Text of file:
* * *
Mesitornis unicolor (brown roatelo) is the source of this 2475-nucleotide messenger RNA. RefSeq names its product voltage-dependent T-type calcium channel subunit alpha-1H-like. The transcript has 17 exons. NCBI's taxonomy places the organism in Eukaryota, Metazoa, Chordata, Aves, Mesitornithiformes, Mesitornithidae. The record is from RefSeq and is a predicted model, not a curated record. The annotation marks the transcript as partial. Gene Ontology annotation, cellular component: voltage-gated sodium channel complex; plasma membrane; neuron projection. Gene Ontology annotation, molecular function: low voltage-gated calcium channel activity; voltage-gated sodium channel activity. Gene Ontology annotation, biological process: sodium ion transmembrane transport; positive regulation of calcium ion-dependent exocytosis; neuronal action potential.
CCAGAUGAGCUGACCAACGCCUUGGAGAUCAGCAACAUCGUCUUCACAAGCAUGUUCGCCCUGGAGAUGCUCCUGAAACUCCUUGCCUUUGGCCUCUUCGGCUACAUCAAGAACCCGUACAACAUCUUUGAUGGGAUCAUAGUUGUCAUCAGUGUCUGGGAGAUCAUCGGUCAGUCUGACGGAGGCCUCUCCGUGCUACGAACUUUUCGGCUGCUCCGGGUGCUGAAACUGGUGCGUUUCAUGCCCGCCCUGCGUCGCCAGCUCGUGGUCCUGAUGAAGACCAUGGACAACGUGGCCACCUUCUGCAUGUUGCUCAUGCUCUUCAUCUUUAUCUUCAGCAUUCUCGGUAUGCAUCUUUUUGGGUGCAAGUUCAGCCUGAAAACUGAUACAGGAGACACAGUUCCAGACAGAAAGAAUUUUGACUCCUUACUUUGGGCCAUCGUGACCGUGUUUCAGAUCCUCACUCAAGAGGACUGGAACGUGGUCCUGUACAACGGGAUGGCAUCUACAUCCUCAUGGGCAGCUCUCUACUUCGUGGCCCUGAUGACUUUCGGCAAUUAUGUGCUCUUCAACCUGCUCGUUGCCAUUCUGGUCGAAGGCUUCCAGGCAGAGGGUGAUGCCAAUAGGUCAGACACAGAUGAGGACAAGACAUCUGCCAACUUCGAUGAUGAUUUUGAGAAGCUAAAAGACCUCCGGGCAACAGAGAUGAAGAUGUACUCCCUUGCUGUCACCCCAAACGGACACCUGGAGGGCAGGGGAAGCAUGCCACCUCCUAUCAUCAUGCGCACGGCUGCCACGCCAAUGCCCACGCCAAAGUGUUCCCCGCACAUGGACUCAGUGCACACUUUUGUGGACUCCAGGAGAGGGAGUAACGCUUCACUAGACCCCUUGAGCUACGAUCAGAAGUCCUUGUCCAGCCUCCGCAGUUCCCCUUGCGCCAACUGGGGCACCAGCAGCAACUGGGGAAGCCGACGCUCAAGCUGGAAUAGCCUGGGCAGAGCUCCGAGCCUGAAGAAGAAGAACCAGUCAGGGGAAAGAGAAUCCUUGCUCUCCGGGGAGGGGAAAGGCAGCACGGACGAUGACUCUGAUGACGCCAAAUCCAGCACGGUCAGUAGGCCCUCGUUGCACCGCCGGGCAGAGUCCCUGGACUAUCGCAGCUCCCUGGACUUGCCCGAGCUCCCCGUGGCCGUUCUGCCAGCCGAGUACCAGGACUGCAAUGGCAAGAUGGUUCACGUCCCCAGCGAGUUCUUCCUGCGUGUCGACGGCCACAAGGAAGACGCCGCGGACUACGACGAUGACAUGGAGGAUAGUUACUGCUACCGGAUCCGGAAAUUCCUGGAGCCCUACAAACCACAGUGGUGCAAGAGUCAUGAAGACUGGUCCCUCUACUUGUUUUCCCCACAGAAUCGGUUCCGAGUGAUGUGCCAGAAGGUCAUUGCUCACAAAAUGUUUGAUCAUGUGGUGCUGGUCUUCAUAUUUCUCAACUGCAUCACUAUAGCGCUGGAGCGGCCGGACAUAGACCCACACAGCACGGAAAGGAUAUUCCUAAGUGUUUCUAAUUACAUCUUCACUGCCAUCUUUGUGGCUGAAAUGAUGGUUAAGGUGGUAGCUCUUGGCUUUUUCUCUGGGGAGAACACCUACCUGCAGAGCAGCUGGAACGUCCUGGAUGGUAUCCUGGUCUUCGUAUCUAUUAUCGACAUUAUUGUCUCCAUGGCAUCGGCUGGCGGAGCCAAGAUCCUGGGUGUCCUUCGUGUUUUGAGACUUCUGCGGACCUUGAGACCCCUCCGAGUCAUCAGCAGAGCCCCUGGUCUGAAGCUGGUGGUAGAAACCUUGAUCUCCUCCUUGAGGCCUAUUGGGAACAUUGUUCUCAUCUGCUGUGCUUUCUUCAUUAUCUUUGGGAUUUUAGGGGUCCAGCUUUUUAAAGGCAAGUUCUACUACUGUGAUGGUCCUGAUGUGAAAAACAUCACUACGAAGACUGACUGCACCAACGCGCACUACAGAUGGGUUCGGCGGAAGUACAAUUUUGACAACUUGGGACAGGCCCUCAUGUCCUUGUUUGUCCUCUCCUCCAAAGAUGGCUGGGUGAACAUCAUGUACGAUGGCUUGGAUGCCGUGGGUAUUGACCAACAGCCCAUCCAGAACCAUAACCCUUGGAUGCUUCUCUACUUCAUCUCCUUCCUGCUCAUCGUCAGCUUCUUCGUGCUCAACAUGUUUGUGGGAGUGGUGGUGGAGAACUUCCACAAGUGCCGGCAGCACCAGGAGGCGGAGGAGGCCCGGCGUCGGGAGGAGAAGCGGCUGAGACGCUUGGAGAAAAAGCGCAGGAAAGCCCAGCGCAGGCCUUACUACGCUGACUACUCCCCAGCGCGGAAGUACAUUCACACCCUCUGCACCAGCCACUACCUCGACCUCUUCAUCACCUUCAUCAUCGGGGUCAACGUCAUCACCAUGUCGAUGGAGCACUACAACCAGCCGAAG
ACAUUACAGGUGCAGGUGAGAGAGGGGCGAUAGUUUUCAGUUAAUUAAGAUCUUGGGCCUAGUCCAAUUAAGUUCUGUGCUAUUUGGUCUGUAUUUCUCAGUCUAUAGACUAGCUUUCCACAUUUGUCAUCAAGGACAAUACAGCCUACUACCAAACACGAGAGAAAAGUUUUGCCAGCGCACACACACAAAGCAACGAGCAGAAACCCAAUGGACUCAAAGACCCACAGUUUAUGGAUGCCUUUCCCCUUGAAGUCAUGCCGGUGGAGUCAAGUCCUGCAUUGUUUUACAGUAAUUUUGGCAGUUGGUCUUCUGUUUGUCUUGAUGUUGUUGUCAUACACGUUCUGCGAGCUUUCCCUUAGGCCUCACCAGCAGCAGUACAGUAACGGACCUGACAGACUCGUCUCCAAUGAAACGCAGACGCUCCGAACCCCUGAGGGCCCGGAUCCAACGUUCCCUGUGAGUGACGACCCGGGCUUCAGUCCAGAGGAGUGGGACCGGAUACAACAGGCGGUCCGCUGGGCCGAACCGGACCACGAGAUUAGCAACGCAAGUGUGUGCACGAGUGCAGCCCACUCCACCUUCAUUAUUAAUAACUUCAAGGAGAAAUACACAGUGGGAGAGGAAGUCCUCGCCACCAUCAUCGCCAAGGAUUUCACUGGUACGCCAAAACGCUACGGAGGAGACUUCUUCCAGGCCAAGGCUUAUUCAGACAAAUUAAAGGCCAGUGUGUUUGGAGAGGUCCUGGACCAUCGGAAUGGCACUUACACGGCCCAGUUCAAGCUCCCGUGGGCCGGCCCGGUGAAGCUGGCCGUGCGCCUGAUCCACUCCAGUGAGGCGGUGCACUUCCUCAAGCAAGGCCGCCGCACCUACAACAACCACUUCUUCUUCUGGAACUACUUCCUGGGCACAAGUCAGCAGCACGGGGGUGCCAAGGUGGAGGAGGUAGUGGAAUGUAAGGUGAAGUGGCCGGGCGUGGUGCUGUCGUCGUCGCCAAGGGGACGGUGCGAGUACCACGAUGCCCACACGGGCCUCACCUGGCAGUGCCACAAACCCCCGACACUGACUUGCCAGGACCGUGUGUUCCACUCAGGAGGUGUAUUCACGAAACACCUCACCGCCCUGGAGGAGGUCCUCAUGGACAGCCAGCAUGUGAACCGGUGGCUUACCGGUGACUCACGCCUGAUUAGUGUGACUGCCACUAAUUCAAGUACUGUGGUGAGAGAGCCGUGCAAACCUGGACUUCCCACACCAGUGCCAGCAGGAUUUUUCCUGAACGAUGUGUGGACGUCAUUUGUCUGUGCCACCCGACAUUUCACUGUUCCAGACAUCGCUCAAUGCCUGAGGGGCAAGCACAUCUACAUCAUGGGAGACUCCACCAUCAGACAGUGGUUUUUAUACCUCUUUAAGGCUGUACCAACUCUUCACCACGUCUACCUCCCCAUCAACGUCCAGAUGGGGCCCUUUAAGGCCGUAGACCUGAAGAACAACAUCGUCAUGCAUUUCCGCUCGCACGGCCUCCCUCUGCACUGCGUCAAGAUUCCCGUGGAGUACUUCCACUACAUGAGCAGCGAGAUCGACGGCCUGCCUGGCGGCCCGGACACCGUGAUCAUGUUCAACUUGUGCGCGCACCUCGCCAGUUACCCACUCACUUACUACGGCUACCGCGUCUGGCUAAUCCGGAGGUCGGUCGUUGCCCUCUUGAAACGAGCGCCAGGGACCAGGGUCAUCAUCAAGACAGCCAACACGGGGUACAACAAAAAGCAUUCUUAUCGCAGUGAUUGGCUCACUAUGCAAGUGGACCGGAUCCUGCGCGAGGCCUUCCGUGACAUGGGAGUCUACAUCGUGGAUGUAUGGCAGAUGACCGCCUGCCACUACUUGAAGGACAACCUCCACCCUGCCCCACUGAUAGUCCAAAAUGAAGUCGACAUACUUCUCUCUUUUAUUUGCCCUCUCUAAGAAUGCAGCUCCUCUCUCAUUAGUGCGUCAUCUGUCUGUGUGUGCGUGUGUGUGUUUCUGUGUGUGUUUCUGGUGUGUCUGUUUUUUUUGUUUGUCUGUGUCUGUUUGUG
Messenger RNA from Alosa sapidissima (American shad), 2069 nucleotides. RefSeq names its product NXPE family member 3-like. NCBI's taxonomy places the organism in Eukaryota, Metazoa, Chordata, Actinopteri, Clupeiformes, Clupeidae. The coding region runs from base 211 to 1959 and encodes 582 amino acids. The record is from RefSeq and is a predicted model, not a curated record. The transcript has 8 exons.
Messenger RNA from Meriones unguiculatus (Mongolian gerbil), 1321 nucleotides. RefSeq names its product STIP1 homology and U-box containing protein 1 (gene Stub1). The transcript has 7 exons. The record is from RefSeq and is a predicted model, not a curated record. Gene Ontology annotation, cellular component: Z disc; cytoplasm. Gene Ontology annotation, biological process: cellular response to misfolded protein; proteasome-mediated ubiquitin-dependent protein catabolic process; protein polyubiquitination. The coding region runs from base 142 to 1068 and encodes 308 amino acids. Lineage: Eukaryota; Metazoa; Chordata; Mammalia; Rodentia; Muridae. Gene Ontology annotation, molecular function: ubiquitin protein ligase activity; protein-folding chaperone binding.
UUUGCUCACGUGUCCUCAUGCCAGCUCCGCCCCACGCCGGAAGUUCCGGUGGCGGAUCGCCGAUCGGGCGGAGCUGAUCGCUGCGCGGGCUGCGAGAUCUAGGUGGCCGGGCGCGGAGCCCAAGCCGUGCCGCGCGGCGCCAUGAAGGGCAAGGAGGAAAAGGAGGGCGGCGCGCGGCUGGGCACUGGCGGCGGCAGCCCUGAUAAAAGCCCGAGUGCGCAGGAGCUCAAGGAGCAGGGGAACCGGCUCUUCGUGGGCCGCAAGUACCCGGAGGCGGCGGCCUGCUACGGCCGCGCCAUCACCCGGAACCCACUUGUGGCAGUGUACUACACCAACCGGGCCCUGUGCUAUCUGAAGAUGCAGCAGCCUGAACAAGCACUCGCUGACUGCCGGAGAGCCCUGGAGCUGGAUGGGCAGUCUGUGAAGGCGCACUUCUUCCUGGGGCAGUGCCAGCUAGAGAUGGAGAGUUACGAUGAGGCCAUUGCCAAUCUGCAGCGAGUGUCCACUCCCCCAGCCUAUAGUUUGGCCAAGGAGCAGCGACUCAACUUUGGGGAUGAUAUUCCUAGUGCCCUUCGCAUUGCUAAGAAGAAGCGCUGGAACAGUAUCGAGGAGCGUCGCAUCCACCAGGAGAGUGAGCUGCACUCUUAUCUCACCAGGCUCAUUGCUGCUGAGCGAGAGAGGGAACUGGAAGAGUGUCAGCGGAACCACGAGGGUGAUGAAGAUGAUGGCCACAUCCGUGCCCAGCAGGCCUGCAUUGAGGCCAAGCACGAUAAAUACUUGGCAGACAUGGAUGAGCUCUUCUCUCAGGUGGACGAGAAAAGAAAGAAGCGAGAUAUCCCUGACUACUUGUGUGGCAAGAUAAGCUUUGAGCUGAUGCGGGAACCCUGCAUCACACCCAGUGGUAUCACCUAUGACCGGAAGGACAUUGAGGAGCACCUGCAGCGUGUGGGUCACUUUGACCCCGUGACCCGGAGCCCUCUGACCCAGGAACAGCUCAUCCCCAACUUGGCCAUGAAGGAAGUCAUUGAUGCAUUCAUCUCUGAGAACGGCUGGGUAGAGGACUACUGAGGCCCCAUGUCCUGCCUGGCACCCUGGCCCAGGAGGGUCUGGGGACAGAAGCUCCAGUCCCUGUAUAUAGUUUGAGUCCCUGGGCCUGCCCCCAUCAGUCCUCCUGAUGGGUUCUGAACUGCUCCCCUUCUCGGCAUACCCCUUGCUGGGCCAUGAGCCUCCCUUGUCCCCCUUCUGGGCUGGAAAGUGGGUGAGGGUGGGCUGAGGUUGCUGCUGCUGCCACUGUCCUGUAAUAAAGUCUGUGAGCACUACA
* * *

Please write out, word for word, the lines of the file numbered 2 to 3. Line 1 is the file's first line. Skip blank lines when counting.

CCAGAUGAGCUGACCAACGCCUUGGAGAUCAGCAACAUCGUCUUCACAAGCAUGUUCGCCCUGGAGAUGCUCCUGAAACUCCUUGCCUUUGGCCUCUUCGGCUACAUCAAGAACCCGUACAACAUCUUUGAUGGGAUCAUAGUUGUCAUCAGUGUCUGGGAGAUCAUCGGUCAGUCUGACGGAGGCCUCUCCGUGCUACGAACUUUUCGGCUGCUCCGGGUGCUGAAACUGGUGCGUUUCAUGCCCGCCCUGCGUCGCCAGCUCGUGGUCCUGAUGAAGACCAUGGACAACGUGGCCACCUUCUGCAUGUUGCUCAUGCUCUUCAUCUUUAUCUUCAGCAUUCUCGGUAUGCAUCUUUUUGGGUGCAAGUUCAGCCUGAAAACUGAUACAGGAGACACAGUUCCAGACAGAAAGAAUUUUGACUCCUUACUUUGGGCCAUCGUGACCGUGUUUCAGAUCCUCACUCAAGAGGACUGGAACGUGGUCCUGUACAACGGGAUGGCAUCUACAUCCUCAUGGGCAGCUCUCUACUUCGUGGCCCUGAUGACUUUCGGCAAUUAUGUGCUCUUCAACCUGCUCGUUGCCAUUCUGGUCGAAGGCUUCCAGGCAGAGGGUGAUGCCAAUAGGUCAGACACAGAUGAGGACAAGACAUCUGCCAACUUCGAUGAUGAUUUUGAGAAGCUAAAAGACCUCCGGGCAACAGAGAUGAAGAUGUACUCCCUUGCUGUCACCCCAAACGGACACCUGGAGGGCAGGGGAAGCAUGCCACCUCCUAUCAUCAUGCGCACGGCUGCCACGCCAAUGCCCACGCCAAAGUGUUCCCCGCACAUGGACUCAGUGCACACUUUUGUGGACUCCAGGAGAGGGAGUAACGCUUCACUAGACCCCUUGAGCUACGAUCAGAAGUCCUUGUCCAGCCUCCGCAGUUCCCCUUGCGCCAACUGGGGCACCAGCAGCAACUGGGGAAGCCGACGCUCAAGCUGGAAUAGCCUGGGCAGAGCUCCGAGCCUGAAGAAGAAGAACCAGUCAGGGGAAAGAGAAUCCUUGCUCUCCGGGGAGGGGAAAGGCAGCACGGACGAUGACUCUGAUGACGCCAAAUCCAGCACGGUCAGUAGGCCCUCGUUGCACCGCCGGGCAGAGUCCCUGGACUAUCGCAGCUCCCUGGACUUGCCCGAGCUCCCCGUGGCCGUUCUGCCAGCCGAGUACCAGGACUGCAAUGGCAAGAUGGUUCACGUCCCCAGCGAGUUCUUCCUGCGUGUCGACGGCCACAAGGAAGACGCCGCGGACUACGACGAUGACAUGGAGGAUAGUUACUGCUACCGGAUCCGGAAAUUCCUGGAGCCCUACAAACCACAGUGGUGCAAGAGUCAUGAAGACUGGUCCCUCUACUUGUUUUCCCCACAGAAUCGGUUCCGAGUGAUGUGCCAGAAGGUCAUUGCUCACAAAAUGUUUGAUCAUGUGGUGCUGGUCUUCAUAUUUCUCAACUGCAUCACUAUAGCGCUGGAGCGGCCGGACAUAGACCCACACAGCACGGAAAGGAUAUUCCUAAGUGUUUCUAAUUACAUCUUCACUGCCAUCUUUGUGGCUGAAAUGAUGGUUAAGGUGGUAGCUCUUGGCUUUUUCUCUGGGGAGAACACCUACCUGCAGAGCAGCUGGAACGUCCUGGAUGGUAUCCUGGUCUUCGUAUCUAUUAUCGACAUUAUUGUCUCCAUGGCAUCGGCUGGCGGAGCCAAGAUCCUGGGUGUCCUUCGUGUUUUGAGACUUCUGCGGACCUUGAGACCCCUCCGAGUCAUCAGCAGAGCCCCUGGUCUGAAGCUGGUGGUAGAAACCUUGAUCUCCUCCUUGAGGCCUAUUGGGAACAUUGUUCUCAUCUGCUGUGCUUUCUUCAUUAUCUUUGGGAUUUUAGGGGUCCAGCUUUUUAAAGGCAAGUUCUACUACUGUGAUGGUCCUGAUGUGAAAAACAUCACUACGAAGACUGACUGCACCAACGCGCACUACAGAUGGGUUCGGCGGAAGUACAAUUUUGACAACUUGGGACAGGCCCUCAUGUCCUUGUUUGUCCUCUCCUCCAAAGAUGGCUGGGUGAACAUCAUGUACGAUGGCUUGGAUGCCGUGGGUAUUGACCAACAGCCCAUCCAGAACCAUAACCCUUGGAUGCUUCUCUACUUCAUCUCCUUCCUGCUCAUCGUCAGCUUCUUCGUGCUCAACAUGUUUGUGGGAGUGGUGGUGGAGAACUUCCACAAGUGCCGGCAGCACCAGGAGGCGGAGGAGGCCCGGCGUCGGGAGGAGAAGCGGCUGAGACGCUUGGAGAAAAAGCGCAGGAAAGCCCAGCGCAGGCCUUACUACGCUGACUACUCCCCAGCGCGGAAGUACAUUCACACCCUCUGCACCAGCCACUACCUCGACCUCUUCAUCACCUUCAUCAUCGGGGUCAACGUCAUCACCAUGUCGAUGGAGCACUACAACCAGCCGAAG
ACAUUACAGGUGCAGGUGAGAGAGGGGCGAUAGUUUUCAGUUAAUUAAGAUCUUGGGCCUAGUCCAAUUAAGUUCUGUGCUAUUUGGUCUGUAUUUCUCAGUCUAUAGACUAGCUUUCCACAUUUGUCAUCAAGGACAAUACAGCCUACUACCAAACACGAGAGAAAAGUUUUGCCAGCGCACACACACAAAGCAACGAGCAGAAACCCAAUGGACUCAAAGACCCACAGUUUAUGGAUGCCUUUCCCCUUGAAGUCAUGCCGGUGGAGUCAAGUCCUGCAUUGUUUUACAGUAAUUUUGGCAGUUGGUCUUCUGUUUGUCUUGAUGUUGUUGUCAUACACGUUCUGCGAGCUUUCCCUUAGGCCUCACCAGCAGCAGUACAGUAACGGACCUGACAGACUCGUCUCCAAUGAAACGCAGACGCUCCGAACCCCUGAGGGCCCGGAUCCAACGUUCCCUGUGAGUGACGACCCGGGCUUCAGUCCAGAGGAGUGGGACCGGAUACAACAGGCGGUCCGCUGGGCCGAACCGGACCACGAGAUUAGCAACGCAAGUGUGUGCACGAGUGCAGCCCACUCCACCUUCAUUAUUAAUAACUUCAAGGAGAAAUACACAGUGGGAGAGGAAGUCCUCGCCACCAUCAUCGCCAAGGAUUUCACUGGUACGCCAAAACGCUACGGAGGAGACUUCUUCCAGGCCAAGGCUUAUUCAGACAAAUUAAAGGCCAGUGUGUUUGGAGAGGUCCUGGACCAUCGGAAUGGCACUUACACGGCCCAGUUCAAGCUCCCGUGGGCCGGCCCGGUGAAGCUGGCCGUGCGCCUGAUCCACUCCAGUGAGGCGGUGCACUUCCUCAAGCAAGGCCGCCGCACCUACAACAACCACUUCUUCUUCUGGAACUACUUCCUGGGCACAAGUCAGCAGCACGGGGGUGCCAAGGUGGAGGAGGUAGUGGAAUGUAAGGUGAAGUGGCCGGGCGUGGUGCUGUCGUCGUCGCCAAGGGGACGGUGCGAGUACCACGAUGCCCACACGGGCCUCACCUGGCAGUGCCACAAACCCCCGACACUGACUUGCCAGGACCGUGUGUUCCACUCAGGAGGUGUAUUCACGAAACACCUCACCGCCCUGGAGGAGGUCCUCAUGGACAGCCAGCAUGUGAACCGGUGGCUUACCGGUGACUCACGCCUGAUUAGUGUGACUGCCACUAAUUCAAGUACUGUGGUGAGAGAGCCGUGCAAACCUGGACUUCCCACACCAGUGCCAGCAGGAUUUUUCCUGAACGAUGUGUGGACGUCAUUUGUCUGUGCCACCCGACAUUUCACUGUUCCAGACAUCGCUCAAUGCCUGAGGGGCAAGCACAUCUACAUCAUGGGAGACUCCACCAUCAGACAGUGGUUUUUAUACCUCUUUAAGGCUGUACCAACUCUUCACCACGUCUACCUCCCCAUCAACGUCCAGAUGGGGCCCUUUAAGGCCGUAGACCUGAAGAACAACAUCGUCAUGCAUUUCCGCUCGCACGGCCUCCCUCUGCACUGCGUCAAGAUUCCCGUGGAGUACUUCCACUACAUGAGCAGCGAGAUCGACGGCCUGCCUGGCGGCCCGGACACCGUGAUCAUGUUCAACUUGUGCGCGCACCUCGCCAGUUACCCACUCACUUACUACGGCUACCGCGUCUGGCUAAUCCGGAGGUCGGUCGUUGCCCUCUUGAAACGAGCGCCAGGGACCAGGGUCAUCAUCAAGACAGCCAACACGGGGUACAACAAAAAGCAUUCUUAUCGCAGUGAUUGGCUCACUAUGCAAGUGGACCGGAUCCUGCGCGAGGCCUUCCGUGACAUGGGAGUCUACAUCGUGGAUGUAUGGCAGAUGACCGCCUGCCACUACUUGAAGGACAACCUCCACCCUGCCCCACUGAUAGUCCAAAAUGAAGUCGACAUACUUCUCUCUUUUAUUUGCCCUCUCUAAGAAUGCAGCUCCUCUCUCAUUAGUGCGUCAUCUGUCUGUGUGUGCGUGUGUGUGUUUCUGUGUGUGUUUCUGGUGUGUCUGUUUUUUUUGUUUGUCUGUGUCUGUUUGUG